A chest tube is a hollow plastic tube that is surgically inserted into the chest cavity to drain air or fluid. Different types of fluid, such as blood, pus, or cancer cells, can accumulate in the chest due to trauma, surgery, cancer, or infection.
Chest tubes are often inserted after lung surgery to remove fluids during healing. They can be inserted during surgery, or with a local anesthetic while you are awake. Complications may include pain, bleeding, infection, or pneumothorax. You can also schedule an appointment for the placing of a surgical chest tube via centese.com/cardiac-surgery/.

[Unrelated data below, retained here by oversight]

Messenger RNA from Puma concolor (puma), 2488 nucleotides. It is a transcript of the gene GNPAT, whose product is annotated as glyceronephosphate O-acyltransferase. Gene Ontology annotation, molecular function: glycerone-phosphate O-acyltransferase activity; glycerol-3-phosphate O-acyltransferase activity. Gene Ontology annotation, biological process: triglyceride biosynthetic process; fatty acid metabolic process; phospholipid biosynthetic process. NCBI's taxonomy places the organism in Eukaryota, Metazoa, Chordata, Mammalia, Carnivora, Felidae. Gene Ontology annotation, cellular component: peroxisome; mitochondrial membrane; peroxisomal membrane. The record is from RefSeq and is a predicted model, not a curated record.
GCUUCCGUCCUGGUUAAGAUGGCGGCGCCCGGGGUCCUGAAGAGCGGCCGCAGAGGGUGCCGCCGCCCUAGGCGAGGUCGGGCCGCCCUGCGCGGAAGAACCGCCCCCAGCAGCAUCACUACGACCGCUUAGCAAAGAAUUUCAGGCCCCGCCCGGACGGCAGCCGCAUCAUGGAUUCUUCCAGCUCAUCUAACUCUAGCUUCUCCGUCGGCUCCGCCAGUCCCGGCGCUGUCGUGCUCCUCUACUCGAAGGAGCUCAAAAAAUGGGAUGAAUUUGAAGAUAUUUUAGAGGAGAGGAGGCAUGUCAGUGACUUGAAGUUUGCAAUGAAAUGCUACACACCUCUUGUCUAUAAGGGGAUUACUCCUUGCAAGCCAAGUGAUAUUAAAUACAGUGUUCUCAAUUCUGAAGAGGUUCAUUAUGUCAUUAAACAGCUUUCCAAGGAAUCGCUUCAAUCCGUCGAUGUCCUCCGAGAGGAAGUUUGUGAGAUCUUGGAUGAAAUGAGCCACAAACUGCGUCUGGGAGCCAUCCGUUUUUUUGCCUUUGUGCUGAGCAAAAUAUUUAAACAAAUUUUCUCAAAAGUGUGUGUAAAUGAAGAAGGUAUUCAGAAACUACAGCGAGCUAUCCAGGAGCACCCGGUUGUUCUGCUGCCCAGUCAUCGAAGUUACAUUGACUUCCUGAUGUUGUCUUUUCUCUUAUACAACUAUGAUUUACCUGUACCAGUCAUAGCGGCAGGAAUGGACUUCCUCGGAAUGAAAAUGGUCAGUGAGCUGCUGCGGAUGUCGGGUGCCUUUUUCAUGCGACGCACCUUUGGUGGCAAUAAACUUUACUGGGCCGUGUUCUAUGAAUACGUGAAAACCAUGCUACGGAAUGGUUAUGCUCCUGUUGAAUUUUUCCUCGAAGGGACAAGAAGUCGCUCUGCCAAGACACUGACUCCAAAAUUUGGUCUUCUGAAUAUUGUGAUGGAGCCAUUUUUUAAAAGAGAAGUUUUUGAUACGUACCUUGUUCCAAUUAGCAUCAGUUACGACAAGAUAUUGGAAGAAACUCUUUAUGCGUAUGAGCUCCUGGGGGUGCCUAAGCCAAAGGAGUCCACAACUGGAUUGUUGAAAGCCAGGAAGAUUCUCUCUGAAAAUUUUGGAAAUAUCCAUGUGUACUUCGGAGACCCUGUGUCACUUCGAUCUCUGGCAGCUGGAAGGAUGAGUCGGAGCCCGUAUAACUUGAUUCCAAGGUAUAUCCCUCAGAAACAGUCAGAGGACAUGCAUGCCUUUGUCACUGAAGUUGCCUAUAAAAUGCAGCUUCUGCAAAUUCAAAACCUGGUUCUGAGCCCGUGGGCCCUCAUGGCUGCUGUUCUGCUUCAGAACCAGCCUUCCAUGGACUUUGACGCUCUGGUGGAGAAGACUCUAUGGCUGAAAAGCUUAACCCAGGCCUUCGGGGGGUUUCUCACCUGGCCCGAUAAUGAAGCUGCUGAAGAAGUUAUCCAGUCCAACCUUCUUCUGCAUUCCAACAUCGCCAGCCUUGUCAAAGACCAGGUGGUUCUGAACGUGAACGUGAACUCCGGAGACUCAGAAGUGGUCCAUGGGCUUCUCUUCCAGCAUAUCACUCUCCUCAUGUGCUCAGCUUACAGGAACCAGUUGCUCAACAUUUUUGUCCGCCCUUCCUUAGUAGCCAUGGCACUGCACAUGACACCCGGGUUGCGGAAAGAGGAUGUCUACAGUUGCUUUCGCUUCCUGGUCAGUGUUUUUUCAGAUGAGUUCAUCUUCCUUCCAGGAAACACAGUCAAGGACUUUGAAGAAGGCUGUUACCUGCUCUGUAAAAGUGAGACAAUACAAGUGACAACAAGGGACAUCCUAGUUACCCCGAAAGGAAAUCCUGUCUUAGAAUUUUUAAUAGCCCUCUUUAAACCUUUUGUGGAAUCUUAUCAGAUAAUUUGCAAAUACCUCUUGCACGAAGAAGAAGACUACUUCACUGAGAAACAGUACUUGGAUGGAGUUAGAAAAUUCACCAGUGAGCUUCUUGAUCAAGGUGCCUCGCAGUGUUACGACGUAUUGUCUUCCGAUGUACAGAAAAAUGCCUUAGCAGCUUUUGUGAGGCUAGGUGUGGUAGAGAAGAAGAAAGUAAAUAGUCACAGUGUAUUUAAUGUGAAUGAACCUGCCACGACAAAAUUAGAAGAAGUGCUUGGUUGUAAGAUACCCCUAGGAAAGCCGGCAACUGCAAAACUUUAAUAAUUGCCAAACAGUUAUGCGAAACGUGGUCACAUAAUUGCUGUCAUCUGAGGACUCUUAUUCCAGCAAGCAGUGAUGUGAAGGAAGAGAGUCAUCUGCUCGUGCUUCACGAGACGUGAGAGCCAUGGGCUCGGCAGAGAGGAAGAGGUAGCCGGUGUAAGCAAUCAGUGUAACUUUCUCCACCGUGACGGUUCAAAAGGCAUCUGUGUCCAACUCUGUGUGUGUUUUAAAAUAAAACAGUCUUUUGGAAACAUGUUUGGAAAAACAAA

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A chest tube may be inserted for several reasons:
- To re-expand the lungs after a pneumothorax- For treatment of a pneumothorax, the tube is inserted into the pleural cavity, the space between the pleura (membranes) that line the lungs.
- After surgery for lung cancer to drain fluids that accumulate in the space that's created after a portion of a lung is removed
- For pleural effusions, both benign and malignant
- After heart surgery, remove fluids that accumulate in the chest.
- If there is a hemothorax (bleeding into the chest), for example, from trauma.
- To drain pus from an empyema (infection or abscess)
When an air leak or fluid accumulation persists despite having a chest tube in place, other procedures may be done to prevent the re-accumulation of fluid or air into the pleural space.